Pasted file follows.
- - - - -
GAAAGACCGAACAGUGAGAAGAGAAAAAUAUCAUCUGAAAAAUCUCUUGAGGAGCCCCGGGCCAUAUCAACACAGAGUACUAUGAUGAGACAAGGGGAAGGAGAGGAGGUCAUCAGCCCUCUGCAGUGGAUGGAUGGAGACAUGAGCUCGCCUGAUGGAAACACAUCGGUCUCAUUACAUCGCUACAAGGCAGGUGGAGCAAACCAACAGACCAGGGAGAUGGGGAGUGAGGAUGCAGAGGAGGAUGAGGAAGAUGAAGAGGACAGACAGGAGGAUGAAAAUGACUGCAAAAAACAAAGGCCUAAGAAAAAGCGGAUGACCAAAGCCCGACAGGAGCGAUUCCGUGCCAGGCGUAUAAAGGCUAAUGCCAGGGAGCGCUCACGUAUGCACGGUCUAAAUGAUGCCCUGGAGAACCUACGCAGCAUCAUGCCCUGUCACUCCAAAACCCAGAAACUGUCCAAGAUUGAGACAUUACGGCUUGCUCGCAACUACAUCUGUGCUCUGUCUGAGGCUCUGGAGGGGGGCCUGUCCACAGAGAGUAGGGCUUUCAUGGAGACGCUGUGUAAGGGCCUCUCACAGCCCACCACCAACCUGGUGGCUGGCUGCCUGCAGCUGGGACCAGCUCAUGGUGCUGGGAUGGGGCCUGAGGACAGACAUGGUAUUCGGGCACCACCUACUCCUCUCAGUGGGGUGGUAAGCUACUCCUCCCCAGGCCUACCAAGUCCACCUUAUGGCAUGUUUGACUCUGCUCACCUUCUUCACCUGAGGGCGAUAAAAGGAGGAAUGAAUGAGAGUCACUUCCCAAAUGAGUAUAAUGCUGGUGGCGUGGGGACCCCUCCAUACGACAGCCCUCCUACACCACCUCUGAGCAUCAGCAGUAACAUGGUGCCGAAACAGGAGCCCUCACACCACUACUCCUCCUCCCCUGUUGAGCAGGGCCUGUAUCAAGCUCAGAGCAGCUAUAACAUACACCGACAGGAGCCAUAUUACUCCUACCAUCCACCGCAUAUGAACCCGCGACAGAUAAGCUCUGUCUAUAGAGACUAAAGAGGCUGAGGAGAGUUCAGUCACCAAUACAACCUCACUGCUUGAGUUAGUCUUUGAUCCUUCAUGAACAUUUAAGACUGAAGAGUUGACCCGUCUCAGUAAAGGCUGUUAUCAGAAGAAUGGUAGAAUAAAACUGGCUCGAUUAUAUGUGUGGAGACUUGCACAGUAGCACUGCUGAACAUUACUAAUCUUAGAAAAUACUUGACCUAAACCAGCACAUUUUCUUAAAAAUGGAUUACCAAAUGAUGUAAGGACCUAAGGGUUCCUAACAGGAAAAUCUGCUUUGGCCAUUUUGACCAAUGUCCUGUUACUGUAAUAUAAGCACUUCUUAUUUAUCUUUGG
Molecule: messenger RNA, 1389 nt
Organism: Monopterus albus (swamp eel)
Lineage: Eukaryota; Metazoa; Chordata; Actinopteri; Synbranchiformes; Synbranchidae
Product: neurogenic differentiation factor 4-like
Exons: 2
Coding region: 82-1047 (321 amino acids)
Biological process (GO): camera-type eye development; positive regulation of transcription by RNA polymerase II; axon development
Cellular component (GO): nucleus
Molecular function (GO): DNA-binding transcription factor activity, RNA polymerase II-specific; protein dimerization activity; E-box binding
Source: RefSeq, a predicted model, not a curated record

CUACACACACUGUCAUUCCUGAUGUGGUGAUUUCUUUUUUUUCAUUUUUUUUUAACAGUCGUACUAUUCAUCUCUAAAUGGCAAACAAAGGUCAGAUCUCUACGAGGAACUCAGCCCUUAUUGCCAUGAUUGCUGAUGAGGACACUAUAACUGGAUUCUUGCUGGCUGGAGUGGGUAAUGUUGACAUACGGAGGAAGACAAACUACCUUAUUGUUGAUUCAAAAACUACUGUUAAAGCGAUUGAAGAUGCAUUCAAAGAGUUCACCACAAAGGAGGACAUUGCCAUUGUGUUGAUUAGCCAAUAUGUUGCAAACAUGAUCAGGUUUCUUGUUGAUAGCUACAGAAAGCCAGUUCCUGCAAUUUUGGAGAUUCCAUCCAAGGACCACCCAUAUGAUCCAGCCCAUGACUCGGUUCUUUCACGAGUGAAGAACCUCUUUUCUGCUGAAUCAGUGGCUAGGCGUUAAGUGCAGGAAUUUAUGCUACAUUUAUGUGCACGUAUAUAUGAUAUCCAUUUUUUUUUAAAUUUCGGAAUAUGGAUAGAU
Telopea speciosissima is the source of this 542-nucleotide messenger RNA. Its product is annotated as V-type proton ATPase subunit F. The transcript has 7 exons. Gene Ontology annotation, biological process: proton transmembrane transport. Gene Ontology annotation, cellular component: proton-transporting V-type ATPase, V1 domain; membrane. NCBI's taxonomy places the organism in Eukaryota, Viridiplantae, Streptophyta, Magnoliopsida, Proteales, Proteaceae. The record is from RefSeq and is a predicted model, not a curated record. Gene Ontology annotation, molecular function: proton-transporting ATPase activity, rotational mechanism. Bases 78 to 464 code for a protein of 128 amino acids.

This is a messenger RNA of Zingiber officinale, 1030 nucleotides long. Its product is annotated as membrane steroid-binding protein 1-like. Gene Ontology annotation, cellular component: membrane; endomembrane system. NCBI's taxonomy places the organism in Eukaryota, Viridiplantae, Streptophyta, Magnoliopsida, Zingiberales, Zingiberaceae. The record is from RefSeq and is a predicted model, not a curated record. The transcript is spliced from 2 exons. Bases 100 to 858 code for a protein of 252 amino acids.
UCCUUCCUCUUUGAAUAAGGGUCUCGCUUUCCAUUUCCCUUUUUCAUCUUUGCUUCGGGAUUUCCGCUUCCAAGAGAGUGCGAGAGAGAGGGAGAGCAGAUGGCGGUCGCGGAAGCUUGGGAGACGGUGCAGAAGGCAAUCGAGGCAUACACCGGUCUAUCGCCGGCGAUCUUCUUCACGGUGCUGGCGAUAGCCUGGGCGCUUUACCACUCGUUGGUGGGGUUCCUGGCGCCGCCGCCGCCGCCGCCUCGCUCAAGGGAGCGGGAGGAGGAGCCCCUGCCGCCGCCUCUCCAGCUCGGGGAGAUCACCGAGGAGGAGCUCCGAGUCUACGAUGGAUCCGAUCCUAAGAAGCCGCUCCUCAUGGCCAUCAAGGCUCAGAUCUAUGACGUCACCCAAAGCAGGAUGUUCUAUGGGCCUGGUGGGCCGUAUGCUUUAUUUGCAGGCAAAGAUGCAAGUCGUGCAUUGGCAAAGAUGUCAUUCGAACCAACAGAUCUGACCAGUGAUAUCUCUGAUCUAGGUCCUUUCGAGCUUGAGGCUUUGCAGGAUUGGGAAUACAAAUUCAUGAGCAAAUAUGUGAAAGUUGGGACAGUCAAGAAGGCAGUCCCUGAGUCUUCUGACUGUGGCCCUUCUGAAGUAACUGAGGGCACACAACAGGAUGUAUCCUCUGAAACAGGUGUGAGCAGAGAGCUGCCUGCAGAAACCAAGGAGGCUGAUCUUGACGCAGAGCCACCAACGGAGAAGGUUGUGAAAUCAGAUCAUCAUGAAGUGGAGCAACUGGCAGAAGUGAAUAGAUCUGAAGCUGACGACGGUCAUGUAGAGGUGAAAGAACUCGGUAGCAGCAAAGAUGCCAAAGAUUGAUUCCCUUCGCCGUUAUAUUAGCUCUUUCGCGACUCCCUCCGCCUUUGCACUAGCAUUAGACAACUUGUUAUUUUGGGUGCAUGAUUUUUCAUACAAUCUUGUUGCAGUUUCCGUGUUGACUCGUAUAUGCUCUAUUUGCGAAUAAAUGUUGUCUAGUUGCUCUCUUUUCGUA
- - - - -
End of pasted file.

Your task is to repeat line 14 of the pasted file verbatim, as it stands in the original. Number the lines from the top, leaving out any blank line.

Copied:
This is a messenger RNA of Zingiber officinale, 1030 nucleotides long. Its product is annotated as membrane steroid-binding protein 1-like. Gene Ontology annotation, cellular component: membrane; endomembrane system. NCBI's taxonomy places the organism in Eukaryota, Viridiplantae, Streptophyta, Magnoliopsida, Zingiberales, Zingiberaceae. The record is from RefSeq and is a predicted model, not a curated record. The transcript is spliced from 2 exons. Bases 100 to 858 code for a protein of 252 amino acids.